From A Walk in the Park:
On Saturday artists were allowed to sell their wares on the High Line without incident for the first time. The day before the Parks Department reversed its position which had resulted in three arrests. Their previous vending policy only permitted selling items which included designer muffins, exotic teas, coffee and gelato. Unlike the "expressive matter" vendors, commercial concessions bring in revenue to the city. The City is currently negotiating a sole source concession agreement with the Friends of the High Line (FOH) which would allow the group to keep revenue from items sold on the park property. Since its opening in the Spring, the City has allowed 29 different permitted commercial vendors on the High Line but no art vendors...
According to Mr. Lederman's account, Parks Commissioner Benepe started the meeting by apologizing for the arrests.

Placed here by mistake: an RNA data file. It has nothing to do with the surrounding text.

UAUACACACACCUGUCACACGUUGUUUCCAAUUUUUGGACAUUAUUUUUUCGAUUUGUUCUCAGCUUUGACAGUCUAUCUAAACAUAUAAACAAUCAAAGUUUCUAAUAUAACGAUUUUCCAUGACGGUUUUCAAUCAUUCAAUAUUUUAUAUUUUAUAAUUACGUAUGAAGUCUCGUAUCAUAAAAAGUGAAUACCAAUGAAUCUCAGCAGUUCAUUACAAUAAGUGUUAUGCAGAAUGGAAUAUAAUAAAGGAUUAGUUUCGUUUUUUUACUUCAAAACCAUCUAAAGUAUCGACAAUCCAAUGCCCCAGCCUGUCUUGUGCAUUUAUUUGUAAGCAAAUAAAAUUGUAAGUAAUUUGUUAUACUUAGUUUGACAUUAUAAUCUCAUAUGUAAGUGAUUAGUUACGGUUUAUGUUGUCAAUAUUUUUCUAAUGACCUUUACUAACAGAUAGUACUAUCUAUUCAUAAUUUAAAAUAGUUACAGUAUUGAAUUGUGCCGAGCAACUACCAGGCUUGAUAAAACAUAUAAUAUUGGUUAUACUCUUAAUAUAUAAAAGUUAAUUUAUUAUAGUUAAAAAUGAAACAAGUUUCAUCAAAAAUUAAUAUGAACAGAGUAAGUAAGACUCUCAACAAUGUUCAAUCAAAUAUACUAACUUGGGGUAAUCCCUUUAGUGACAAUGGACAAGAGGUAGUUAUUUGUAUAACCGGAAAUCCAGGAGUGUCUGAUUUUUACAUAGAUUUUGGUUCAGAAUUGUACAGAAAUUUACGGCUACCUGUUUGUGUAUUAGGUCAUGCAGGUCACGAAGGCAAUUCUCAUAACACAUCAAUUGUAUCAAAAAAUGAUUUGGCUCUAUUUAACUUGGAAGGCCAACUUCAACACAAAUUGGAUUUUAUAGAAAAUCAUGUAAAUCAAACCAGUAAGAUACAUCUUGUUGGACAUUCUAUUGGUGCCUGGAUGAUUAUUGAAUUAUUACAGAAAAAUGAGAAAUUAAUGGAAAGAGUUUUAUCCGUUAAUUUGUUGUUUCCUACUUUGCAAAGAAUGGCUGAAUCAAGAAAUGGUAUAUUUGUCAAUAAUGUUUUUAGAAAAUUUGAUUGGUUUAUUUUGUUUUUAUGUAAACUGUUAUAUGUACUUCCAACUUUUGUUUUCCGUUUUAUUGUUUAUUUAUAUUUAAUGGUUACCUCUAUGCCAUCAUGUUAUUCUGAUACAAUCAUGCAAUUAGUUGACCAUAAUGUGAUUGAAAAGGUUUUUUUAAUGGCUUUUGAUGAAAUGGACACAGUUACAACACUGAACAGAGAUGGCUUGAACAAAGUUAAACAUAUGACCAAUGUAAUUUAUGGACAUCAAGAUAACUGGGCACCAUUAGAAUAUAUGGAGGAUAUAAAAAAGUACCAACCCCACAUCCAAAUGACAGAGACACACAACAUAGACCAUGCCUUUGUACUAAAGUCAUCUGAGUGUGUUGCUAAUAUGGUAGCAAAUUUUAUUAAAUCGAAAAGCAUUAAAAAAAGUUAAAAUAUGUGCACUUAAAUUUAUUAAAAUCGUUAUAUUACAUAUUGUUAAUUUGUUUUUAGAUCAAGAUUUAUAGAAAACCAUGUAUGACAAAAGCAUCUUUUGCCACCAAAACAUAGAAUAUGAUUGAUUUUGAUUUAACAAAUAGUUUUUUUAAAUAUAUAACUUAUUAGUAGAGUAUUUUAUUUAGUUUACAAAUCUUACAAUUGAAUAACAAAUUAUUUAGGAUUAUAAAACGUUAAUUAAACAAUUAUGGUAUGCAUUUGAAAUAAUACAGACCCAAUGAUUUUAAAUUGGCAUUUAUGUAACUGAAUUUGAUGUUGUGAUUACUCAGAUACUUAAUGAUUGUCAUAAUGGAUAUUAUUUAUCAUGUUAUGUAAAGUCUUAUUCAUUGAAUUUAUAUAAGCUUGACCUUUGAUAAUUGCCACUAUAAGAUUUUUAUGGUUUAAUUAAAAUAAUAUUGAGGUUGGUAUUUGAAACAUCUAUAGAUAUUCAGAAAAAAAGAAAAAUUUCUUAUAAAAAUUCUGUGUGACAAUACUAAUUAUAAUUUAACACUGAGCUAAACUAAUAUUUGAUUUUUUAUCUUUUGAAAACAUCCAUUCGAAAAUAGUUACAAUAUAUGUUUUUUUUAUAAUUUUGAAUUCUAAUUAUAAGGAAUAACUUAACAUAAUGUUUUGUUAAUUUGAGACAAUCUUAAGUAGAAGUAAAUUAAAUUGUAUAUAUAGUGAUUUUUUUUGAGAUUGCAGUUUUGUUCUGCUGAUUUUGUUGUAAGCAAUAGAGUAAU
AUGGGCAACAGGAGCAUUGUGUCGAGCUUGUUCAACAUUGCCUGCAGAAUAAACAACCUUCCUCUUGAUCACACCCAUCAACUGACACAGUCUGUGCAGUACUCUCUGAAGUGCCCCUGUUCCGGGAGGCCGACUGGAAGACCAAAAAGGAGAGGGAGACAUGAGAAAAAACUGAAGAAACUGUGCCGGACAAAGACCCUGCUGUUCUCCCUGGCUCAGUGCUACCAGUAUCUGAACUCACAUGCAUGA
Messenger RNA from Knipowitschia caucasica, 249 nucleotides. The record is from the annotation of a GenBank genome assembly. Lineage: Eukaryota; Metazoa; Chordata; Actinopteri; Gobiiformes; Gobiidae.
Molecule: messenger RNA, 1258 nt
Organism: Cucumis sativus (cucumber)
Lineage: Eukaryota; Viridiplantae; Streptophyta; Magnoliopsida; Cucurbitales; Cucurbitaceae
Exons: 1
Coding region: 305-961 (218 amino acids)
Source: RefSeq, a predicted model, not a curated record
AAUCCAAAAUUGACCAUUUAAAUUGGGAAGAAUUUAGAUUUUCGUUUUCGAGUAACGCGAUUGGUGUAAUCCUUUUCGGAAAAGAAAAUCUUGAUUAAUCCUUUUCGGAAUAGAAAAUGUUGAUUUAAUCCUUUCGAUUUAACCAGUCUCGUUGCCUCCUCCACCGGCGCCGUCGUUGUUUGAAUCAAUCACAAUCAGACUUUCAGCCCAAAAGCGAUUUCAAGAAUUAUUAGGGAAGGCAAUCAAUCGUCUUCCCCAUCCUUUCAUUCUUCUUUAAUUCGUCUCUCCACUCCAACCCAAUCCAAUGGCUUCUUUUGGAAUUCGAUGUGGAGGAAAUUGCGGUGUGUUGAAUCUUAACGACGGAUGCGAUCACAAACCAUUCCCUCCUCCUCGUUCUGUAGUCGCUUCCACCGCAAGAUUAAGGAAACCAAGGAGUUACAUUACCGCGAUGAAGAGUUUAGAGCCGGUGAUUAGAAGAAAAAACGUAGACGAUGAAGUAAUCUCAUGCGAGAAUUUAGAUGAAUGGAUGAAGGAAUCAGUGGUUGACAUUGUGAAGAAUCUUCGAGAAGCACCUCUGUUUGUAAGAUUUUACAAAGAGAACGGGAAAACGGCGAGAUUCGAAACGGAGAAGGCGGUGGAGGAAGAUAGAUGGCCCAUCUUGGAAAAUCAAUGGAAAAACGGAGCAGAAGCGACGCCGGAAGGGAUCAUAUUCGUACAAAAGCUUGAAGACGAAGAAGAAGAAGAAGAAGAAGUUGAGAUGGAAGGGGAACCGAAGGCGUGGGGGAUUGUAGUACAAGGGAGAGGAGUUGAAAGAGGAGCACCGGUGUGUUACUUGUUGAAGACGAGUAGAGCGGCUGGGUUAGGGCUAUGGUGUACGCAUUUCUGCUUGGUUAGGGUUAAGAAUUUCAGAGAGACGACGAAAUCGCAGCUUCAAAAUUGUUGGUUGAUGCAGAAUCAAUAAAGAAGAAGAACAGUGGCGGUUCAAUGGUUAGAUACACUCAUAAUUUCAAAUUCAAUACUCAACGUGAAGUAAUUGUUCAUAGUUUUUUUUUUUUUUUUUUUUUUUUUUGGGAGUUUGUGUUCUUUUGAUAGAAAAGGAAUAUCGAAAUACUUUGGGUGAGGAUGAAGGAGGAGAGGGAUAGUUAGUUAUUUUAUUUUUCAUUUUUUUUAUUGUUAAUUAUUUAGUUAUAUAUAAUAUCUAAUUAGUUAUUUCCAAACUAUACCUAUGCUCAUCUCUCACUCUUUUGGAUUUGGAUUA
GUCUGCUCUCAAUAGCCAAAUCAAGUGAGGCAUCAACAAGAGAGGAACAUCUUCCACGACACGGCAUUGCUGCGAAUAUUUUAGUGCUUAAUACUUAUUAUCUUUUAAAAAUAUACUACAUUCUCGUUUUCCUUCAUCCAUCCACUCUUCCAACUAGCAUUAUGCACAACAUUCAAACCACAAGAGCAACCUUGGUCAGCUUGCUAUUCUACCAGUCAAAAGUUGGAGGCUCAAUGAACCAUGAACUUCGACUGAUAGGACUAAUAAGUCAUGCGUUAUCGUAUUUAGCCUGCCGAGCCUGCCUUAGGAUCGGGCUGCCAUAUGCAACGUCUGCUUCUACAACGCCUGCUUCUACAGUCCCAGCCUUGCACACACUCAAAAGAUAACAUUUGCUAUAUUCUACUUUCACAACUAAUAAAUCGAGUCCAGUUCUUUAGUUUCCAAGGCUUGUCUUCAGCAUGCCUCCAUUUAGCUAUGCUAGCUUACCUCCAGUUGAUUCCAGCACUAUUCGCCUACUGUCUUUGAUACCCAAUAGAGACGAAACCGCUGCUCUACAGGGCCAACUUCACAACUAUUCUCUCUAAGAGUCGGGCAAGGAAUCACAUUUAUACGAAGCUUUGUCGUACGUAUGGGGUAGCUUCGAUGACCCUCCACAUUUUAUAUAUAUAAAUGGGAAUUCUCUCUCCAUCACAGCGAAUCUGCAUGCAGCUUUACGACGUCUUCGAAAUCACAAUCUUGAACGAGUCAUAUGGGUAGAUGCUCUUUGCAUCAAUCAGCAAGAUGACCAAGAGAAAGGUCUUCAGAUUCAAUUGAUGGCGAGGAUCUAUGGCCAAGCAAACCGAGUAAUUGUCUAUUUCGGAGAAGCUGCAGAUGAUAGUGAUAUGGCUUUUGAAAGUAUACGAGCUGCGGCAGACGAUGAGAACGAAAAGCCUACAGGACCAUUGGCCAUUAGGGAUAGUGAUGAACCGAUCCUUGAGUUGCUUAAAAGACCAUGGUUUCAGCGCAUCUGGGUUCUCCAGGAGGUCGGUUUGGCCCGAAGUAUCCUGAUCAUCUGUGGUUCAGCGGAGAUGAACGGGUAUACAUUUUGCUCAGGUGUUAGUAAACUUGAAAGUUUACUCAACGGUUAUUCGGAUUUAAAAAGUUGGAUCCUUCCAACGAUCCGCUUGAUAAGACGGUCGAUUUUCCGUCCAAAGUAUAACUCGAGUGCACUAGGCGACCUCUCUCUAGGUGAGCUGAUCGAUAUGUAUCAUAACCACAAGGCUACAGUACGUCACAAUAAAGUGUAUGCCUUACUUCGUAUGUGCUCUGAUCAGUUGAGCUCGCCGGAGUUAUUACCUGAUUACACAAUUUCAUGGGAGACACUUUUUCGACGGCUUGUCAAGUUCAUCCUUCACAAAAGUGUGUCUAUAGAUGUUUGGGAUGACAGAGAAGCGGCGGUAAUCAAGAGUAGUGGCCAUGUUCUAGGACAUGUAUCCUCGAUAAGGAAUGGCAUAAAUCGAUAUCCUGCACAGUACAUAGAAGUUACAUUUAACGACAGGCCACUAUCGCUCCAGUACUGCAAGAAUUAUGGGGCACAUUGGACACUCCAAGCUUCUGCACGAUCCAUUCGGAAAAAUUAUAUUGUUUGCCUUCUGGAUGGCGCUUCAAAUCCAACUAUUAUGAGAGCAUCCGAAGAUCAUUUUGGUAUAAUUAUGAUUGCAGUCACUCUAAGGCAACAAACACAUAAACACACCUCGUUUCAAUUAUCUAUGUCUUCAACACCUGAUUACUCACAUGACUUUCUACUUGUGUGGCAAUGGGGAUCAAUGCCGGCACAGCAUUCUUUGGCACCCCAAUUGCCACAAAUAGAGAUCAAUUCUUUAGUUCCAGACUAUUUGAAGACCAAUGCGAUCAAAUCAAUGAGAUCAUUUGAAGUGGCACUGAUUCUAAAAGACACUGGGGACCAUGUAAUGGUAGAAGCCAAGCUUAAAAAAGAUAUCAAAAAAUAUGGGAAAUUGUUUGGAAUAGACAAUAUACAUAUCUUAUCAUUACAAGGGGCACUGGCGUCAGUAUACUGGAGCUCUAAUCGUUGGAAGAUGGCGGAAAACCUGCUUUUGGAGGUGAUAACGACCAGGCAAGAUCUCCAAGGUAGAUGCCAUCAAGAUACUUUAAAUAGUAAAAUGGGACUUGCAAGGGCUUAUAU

"Believe it or not, he said, ‘I guess we didn’t know what we were doing.’ And then he said, ‘We’d like to discuss this whole issue with you, and apologize to you for not returning your e-mails, your calls.’
“They told me, ‘We know you’re going to be going back there, and that’s not a problem, we’re not going to arrest you.’ Amazingly enough, they were very agreeable to the things I had to say, but the one thing they drew a line [saying], “That we’re not going to be able to do” — you won’t believe what it was," Mr. Lederman recalled.
“I said, ‘I would like you to write a letter that says artists have a First Amendment right to sell in the parks subject to the limitations in the Park rules.’ They said, ‘We cannot do that.’ Unbelievable. That’s already what the consent decree says and what the lawsuit says and what the laws of the City of New York say — that they wouldn’t do. It fits in with their whole agenda of trying to deny that this was a First Amendment case, which is nonsense.